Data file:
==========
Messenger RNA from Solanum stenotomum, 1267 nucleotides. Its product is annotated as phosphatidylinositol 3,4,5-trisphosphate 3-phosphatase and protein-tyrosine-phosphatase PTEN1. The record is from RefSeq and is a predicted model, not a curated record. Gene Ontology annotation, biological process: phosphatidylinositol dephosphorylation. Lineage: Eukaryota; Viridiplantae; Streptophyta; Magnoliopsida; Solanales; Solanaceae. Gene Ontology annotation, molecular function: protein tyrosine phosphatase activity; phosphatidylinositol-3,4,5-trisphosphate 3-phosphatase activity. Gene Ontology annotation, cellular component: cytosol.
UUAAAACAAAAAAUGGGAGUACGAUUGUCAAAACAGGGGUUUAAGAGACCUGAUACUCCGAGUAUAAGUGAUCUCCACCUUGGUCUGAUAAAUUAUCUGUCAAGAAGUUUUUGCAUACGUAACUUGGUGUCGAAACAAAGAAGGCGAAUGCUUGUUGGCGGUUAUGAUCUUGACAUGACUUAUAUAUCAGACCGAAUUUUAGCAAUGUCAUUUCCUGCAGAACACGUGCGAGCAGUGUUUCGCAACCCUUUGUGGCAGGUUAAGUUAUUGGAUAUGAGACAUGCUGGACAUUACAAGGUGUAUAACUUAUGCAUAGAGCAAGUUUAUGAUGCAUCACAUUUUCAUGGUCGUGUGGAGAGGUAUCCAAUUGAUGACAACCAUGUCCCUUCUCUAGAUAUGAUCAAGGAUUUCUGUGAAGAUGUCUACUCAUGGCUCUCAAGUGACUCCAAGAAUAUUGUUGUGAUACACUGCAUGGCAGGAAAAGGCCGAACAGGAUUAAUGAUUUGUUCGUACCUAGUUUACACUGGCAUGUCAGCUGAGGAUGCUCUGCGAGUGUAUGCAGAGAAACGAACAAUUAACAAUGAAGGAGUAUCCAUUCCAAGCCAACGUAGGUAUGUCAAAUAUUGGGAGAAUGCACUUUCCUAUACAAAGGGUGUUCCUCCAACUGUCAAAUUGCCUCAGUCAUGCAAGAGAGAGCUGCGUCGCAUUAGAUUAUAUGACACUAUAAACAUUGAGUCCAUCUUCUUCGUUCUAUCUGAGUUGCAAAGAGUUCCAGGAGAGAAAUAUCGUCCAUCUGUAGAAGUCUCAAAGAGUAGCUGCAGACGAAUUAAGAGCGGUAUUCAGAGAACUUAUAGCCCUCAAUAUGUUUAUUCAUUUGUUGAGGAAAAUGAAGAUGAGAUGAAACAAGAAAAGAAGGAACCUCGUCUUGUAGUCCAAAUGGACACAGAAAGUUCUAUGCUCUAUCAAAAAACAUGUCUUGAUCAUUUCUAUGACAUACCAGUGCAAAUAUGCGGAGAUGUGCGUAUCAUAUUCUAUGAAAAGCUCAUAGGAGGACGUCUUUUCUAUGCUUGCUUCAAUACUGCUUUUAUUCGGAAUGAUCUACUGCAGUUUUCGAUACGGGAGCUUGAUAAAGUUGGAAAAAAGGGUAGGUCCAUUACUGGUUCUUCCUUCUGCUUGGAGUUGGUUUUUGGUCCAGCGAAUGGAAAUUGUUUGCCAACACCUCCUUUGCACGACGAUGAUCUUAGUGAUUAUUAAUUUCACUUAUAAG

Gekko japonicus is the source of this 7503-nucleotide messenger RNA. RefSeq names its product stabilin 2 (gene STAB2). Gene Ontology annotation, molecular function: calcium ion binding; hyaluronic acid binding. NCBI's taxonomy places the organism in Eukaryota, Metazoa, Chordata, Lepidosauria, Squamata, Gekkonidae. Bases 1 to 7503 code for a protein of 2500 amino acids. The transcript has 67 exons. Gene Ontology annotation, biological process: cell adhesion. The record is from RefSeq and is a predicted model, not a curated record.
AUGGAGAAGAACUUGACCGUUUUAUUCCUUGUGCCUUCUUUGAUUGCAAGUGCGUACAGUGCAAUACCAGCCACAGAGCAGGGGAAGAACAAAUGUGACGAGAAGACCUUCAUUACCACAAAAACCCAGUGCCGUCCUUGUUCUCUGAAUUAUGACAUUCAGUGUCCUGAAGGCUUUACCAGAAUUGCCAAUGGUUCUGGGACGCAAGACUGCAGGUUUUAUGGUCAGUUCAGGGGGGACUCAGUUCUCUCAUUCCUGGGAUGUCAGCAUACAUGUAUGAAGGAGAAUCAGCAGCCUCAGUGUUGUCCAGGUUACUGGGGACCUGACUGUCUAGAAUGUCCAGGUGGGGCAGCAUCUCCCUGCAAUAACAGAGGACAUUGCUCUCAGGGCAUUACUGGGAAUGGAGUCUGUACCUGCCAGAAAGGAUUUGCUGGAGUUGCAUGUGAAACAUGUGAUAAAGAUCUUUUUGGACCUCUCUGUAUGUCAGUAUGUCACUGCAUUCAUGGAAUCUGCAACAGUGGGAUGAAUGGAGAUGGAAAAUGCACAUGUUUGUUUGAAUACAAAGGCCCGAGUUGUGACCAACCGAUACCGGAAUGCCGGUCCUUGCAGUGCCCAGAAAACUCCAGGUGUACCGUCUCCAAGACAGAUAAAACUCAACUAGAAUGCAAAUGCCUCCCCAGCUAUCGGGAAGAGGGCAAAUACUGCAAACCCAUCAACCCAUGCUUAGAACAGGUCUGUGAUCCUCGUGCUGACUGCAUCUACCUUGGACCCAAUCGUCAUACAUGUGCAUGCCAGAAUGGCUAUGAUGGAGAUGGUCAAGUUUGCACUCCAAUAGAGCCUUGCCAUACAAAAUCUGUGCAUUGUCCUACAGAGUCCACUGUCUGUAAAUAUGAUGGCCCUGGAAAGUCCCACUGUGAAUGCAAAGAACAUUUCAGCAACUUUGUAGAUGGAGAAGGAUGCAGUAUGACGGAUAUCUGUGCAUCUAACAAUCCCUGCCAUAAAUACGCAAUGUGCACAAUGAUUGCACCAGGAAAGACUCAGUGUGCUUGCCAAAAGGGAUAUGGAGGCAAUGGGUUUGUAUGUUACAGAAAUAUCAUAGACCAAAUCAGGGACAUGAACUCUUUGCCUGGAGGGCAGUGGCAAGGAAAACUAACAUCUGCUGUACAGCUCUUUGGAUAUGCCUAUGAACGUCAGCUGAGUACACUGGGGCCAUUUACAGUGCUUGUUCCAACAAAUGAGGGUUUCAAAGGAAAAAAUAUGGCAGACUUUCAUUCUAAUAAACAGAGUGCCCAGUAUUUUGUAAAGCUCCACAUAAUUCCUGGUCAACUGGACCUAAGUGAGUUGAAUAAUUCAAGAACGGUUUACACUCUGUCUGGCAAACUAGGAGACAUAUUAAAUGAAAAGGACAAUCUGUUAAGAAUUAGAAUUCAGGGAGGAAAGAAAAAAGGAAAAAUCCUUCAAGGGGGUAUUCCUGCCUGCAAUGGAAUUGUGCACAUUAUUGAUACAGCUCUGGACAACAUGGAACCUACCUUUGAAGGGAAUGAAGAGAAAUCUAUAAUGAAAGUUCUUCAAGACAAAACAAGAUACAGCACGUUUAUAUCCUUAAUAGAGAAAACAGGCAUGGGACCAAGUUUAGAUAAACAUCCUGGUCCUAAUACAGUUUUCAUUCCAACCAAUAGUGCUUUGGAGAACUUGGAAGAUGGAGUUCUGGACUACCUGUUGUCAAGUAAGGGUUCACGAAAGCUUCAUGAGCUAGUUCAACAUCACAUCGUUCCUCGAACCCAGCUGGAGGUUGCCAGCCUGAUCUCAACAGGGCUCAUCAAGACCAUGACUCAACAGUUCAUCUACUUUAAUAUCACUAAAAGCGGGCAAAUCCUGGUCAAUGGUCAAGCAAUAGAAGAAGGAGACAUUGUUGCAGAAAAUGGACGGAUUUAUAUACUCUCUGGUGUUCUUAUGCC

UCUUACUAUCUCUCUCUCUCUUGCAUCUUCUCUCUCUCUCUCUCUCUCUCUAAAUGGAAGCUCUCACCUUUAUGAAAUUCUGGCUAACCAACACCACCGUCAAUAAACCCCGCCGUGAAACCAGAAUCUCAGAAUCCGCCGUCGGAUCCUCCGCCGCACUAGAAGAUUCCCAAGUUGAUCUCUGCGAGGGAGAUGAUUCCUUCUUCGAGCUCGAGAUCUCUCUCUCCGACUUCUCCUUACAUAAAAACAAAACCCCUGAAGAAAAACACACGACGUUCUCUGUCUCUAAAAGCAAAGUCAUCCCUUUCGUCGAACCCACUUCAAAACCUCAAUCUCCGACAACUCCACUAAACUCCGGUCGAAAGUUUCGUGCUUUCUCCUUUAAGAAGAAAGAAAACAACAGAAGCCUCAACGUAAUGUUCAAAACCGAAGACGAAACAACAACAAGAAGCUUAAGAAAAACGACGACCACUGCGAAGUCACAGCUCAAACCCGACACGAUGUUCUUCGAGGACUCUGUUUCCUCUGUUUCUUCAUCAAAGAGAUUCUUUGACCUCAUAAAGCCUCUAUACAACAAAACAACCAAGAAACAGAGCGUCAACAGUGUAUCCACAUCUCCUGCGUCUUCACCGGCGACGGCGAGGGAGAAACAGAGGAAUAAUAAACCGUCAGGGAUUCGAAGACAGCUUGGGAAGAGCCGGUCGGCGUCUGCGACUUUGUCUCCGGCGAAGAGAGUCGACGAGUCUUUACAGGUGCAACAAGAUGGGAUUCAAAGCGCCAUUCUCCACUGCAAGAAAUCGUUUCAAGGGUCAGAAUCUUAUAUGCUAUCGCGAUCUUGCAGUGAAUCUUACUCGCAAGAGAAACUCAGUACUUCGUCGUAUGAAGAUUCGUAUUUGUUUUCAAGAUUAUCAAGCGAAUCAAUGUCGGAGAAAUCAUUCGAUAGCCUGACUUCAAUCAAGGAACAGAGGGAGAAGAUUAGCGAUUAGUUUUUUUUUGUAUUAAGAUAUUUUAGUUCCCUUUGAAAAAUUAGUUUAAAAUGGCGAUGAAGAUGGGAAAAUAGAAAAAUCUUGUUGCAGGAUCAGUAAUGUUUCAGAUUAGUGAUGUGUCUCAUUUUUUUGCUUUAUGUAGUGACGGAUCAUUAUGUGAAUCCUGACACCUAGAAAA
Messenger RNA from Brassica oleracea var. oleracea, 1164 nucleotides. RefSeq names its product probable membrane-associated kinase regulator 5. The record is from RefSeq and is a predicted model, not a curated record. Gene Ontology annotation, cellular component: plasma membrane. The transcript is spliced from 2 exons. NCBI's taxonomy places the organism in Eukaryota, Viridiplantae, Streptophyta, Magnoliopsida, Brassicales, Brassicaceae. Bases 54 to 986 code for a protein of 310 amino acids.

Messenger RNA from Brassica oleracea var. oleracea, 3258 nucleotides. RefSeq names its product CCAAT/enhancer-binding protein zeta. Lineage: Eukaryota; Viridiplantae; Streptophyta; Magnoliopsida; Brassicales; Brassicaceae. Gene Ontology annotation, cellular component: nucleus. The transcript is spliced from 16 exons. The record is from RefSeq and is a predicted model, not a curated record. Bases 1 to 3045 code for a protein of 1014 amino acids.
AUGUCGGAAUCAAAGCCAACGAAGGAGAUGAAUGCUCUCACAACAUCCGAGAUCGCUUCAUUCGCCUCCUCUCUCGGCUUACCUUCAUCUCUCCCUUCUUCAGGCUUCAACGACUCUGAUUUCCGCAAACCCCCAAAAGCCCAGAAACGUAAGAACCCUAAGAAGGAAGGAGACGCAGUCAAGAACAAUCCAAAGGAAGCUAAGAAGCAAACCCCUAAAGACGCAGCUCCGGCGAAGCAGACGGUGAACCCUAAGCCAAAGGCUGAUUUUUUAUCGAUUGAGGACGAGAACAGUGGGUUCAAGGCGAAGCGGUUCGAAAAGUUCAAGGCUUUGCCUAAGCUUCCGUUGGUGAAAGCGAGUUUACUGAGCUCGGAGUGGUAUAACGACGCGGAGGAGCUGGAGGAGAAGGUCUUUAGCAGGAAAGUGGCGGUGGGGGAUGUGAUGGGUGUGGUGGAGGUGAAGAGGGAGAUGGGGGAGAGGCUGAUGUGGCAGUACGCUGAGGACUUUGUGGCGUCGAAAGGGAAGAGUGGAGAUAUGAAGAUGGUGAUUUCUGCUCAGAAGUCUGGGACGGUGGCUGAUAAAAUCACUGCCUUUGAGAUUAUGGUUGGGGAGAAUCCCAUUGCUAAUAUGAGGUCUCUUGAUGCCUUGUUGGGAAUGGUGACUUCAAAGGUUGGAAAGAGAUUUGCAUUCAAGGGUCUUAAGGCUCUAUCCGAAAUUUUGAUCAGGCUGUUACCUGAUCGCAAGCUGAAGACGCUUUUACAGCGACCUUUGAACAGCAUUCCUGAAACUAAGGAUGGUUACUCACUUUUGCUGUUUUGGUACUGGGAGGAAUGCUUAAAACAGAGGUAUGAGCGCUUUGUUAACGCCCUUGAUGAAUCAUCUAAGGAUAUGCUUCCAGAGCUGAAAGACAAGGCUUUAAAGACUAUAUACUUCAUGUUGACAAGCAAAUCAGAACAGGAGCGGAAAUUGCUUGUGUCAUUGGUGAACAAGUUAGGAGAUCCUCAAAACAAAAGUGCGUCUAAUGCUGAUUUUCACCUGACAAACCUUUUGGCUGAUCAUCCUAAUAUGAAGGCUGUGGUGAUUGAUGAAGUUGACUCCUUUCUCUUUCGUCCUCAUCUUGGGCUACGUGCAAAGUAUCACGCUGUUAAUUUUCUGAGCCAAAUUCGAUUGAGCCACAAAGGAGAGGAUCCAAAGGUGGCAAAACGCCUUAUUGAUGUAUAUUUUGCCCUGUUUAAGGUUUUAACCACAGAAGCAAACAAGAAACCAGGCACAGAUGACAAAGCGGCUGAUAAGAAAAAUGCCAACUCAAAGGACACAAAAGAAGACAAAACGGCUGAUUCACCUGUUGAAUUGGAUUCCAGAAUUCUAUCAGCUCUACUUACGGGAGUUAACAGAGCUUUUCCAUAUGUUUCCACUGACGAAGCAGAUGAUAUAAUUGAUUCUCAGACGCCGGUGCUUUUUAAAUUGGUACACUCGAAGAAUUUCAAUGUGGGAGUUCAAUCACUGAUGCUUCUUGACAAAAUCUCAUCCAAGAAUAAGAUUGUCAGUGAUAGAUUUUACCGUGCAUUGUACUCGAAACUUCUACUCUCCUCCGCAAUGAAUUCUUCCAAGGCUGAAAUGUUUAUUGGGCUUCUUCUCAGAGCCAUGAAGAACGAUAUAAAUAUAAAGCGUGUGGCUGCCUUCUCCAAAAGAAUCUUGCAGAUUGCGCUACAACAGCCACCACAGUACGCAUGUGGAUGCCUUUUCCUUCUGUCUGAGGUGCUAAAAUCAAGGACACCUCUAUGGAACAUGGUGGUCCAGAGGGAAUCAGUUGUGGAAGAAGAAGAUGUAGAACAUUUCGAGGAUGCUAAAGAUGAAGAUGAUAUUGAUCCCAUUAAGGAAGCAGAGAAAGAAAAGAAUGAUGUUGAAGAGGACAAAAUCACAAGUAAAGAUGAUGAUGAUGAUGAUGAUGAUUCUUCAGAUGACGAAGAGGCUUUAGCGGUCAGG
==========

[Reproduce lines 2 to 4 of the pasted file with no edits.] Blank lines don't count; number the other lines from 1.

UUAAAACAAAAAAUGGGAGUACGAUUGUCAAAACAGGGGUUUAAGAGACCUGAUACUCCGAGUAUAAGUGAUCUCCACCUUGGUCUGAUAAAUUAUCUGUCAAGAAGUUUUUGCAUACGUAACUUGGUGUCGAAACAAAGAAGGCGAAUGCUUGUUGGCGGUUAUGAUCUUGACAUGACUUAUAUAUCAGACCGAAUUUUAGCAAUGUCAUUUCCUGCAGAACACGUGCGAGCAGUGUUUCGCAACCCUUUGUGGCAGGUUAAGUUAUUGGAUAUGAGACAUGCUGGACAUUACAAGGUGUAUAACUUAUGCAUAGAGCAAGUUUAUGAUGCAUCACAUUUUCAUGGUCGUGUGGAGAGGUAUCCAAUUGAUGACAACCAUGUCCCUUCUCUAGAUAUGAUCAAGGAUUUCUGUGAAGAUGUCUACUCAUGGCUCUCAAGUGACUCCAAGAAUAUUGUUGUGAUACACUGCAUGGCAGGAAAAGGCCGAACAGGAUUAAUGAUUUGUUCGUACCUAGUUUACACUGGCAUGUCAGCUGAGGAUGCUCUGCGAGUGUAUGCAGAGAAACGAACAAUUAACAAUGAAGGAGUAUCCAUUCCAAGCCAACGUAGGUAUGUCAAAUAUUGGGAGAAUGCACUUUCCUAUACAAAGGGUGUUCCUCCAACUGUCAAAUUGCCUCAGUCAUGCAAGAGAGAGCUGCGUCGCAUUAGAUUAUAUGACACUAUAAACAUUGAGUCCAUCUUCUUCGUUCUAUCUGAGUUGCAAAGAGUUCCAGGAGAGAAAUAUCGUCCAUCUGUAGAAGUCUCAAAGAGUAGCUGCAGACGAAUUAAGAGCGGUAUUCAGAGAACUUAUAGCCCUCAAUAUGUUUAUUCAUUUGUUGAGGAAAAUGAAGAUGAGAUGAAACAAGAAAAGAAGGAACCUCGUCUUGUAGUCCAAAUGGACACAGAAAGUUCUAUGCUCUAUCAAAAAACAUGUCUUGAUCAUUUCUAUGACAUACCAGUGCAAAUAUGCGGAGAUGUGCGUAUCAUAUUCUAUGAAAAGCUCAUAGGAGGACGUCUUUUCUAUGCUUGCUUCAAUACUGCUUUUAUUCGGAAUGAUCUACUGCAGUUUUCGAUACGGGAGCUUGAUAAAGUUGGAAAAAAGGGUAGGUCCAUUACUGGUUCUUCCUUCUGCUUGGAGUUGGUUUUUGGUCCAGCGAAUGGAAAUUGUUUGCCAACACCUCCUUUGCACGACGAUGAUCUUAGUGAUUAUUAAUUUCACUUAUAAG

Gekko japonicus is the source of this 7503-nucleotide messenger RNA. RefSeq names its product stabilin 2 (gene STAB2). Gene Ontology annotation, molecular function: calcium ion binding; hyaluronic acid binding. NCBI's taxonomy places the organism in Eukaryota, Metazoa, Chordata, Lepidosauria, Squamata, Gekkonidae. Bases 1 to 7503 code for a protein of 2500 amino acids. The transcript has 67 exons. Gene Ontology annotation, biological process: cell adhesion. The record is from RefSeq and is a predicted model, not a curated record.
AUGGAGAAGAACUUGACCGUUUUAUUCCUUGUGCCUUCUUUGAUUGCAAGUGCGUACAGUGCAAUACCAGCCACAGAGCAGGGGAAGAACAAAUGUGACGAGAAGACCUUCAUUACCACAAAAACCCAGUGCCGUCCUUGUUCUCUGAAUUAUGACAUUCAGUGUCCUGAAGGCUUUACCAGAAUUGCCAAUGGUUCUGGGACGCAAGACUGCAGGUUUUAUGGUCAGUUCAGGGGGGACUCAGUUCUCUCAUUCCUGGGAUGUCAGCAUACAUGUAUGAAGGAGAAUCAGCAGCCUCAGUGUUGUCCAGGUUACUGGGGACCUGACUGUCUAGAAUGUCCAGGUGGGGCAGCAUCUCCCUGCAAUAACAGAGGACAUUGCUCUCAGGGCAUUACUGGGAAUGGAGUCUGUACCUGCCAGAAAGGAUUUGCUGGAGUUGCAUGUGAAACAUGUGAUAAAGAUCUUUUUGGACCUCUCUGUAUGUCAGUAUGUCACUGCAUUCAUGGAAUCUGCAACAGUGGGAUGAAUGGAGAUGGAAAAUGCACAUGUUUGUUUGAAUACAAAGGCCCGAGUUGUGACCAACCGAUACCGGAAUGCCGGUCCUUGCAGUGCCCAGAAAACUCCAGGUGUACCGUCUCCAAGACAGAUAAAACUCAACUAGAAUGCAAAUGCCUCCCCAGCUAUCGGGAAGAGGGCAAAUACUGCAAACCCAUCAACCCAUGCUUAGAACAGGUCUGUGAUCCUCGUGCUGACUGCAUCUACCUUGGACCCAAUCGUCAUACAUGUGCAUGCCAGAAUGGCUAUGAUGGAGAUGGUCAAGUUUGCACUCCAAUAGAGCCUUGCCAUACAAAAUCUGUGCAUUGUCCUACAGAGUCCACUGUCUGUAAAUAUGAUGGCCCUGGAAAGUCCCACUGUGAAUGCAAAGAACAUUUCAGCAACUUUGUAGAUGGAGAAGGAUGCAGUAUGACGGAUAUCUGUGCAUCUAACAAUCCCUGCCAUAAAUACGCAAUGUGCACAAUGAUUGCACCAGGAAAGACUCAGUGUGCUUGCCAAAAGGGAUAUGGAGGCAAUGGGUUUGUAUGUUACAGAAAUAUCAUAGACCAAAUCAGGGACAUGAACUCUUUGCCUGGAGGGCAGUGGCAAGGAAAACUAACAUCUGCUGUACAGCUCUUUGGAUAUGCCUAUGAACGUCAGCUGAGUACACUGGGGCCAUUUACAGUGCUUGUUCCAACAAAUGAGGGUUUCAAAGGAAAAAAUAUGGCAGACUUUCAUUCUAAUAAACAGAGUGCCCAGUAUUUUGUAAAGCUCCACAUAAUUCCUGGUCAACUGGACCUAAGUGAGUUGAAUAAUUCAAGAACGGUUUACACUCUGUCUGGCAAACUAGGAGACAUAUUAAAUGAAAAGGACAAUCUGUUAAGAAUUAGAAUUCAGGGAGGAAAGAAAAAAGGAAAAAUCCUUCAAGGGGGUAUUCCUGCCUGCAAUGGAAUUGUGCACAUUAUUGAUACAGCUCUGGACAACAUGGAACCUACCUUUGAAGGGAAUGAAGAGAAAUCUAUAAUGAAAGUUCUUCAAGACAAAACAAGAUACAGCACGUUUAUAUCCUUAAUAGAGAAAACAGGCAUGGGACCAAGUUUAGAUAAACAUCCUGGUCCUAAUACAGUUUUCAUUCCAACCAAUAGUGCUUUGGAGAACUUGGAAGAUGGAGUUCUGGACUACCUGUUGUCAAGUAAGGGUUCACGAAAGCUUCAUGAGCUAGUUCAACAUCACAUCGUUCCUCGAACCCAGCUGGAGGUUGCCAGCCUGAUCUCAACAGGGCUCAUCAAGACCAUGACUCAACAGUUCAUCUACUUUAAUAUCACUAAAAGCGGGCAAAUCCUGGUCAAUGGUCAAGCAAUAGAAGAAGGAGACAUUGUUGCAGAAAAUGGACGGAUUUAUAUACUCUCUGGUGUUCUUAUGCC